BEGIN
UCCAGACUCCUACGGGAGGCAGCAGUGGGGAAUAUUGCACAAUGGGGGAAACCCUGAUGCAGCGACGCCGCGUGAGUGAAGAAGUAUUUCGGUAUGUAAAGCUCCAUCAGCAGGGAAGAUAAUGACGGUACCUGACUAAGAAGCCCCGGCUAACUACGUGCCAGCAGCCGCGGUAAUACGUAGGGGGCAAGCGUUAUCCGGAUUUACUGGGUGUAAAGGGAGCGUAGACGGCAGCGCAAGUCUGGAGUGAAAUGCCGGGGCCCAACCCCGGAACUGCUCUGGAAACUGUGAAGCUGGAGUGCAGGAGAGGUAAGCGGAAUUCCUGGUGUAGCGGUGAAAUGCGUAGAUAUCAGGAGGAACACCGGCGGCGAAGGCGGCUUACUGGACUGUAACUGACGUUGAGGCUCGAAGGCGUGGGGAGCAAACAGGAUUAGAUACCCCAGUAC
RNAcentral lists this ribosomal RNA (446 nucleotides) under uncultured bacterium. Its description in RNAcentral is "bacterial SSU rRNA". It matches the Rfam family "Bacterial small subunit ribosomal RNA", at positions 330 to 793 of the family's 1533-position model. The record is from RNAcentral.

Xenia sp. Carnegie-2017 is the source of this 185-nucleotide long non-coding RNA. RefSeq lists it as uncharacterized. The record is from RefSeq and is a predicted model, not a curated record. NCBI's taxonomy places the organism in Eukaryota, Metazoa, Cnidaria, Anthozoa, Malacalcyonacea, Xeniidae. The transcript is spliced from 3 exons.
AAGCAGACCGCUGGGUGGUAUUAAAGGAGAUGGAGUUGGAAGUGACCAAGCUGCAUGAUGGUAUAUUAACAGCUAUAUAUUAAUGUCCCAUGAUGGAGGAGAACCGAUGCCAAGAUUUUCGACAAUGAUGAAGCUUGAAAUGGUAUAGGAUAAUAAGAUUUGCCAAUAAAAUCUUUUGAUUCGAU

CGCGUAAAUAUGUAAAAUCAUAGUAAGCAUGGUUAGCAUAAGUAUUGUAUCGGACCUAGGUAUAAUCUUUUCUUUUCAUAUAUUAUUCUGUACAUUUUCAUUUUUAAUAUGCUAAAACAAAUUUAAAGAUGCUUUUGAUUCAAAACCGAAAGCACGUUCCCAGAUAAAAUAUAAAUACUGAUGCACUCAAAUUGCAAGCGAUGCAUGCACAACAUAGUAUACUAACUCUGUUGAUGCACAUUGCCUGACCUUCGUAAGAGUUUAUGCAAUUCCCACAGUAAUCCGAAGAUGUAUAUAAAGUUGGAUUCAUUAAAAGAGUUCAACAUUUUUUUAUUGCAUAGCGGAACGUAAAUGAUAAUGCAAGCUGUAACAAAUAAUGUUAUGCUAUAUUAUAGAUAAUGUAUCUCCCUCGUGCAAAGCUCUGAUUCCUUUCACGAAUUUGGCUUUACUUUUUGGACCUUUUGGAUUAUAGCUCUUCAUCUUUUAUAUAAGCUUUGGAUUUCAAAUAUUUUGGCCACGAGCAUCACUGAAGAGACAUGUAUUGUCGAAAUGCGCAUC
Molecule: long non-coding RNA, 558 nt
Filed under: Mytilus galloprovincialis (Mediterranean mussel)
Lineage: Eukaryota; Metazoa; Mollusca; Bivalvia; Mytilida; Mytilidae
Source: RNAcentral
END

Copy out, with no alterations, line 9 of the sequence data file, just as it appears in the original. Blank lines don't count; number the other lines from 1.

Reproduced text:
Source: RNAcentral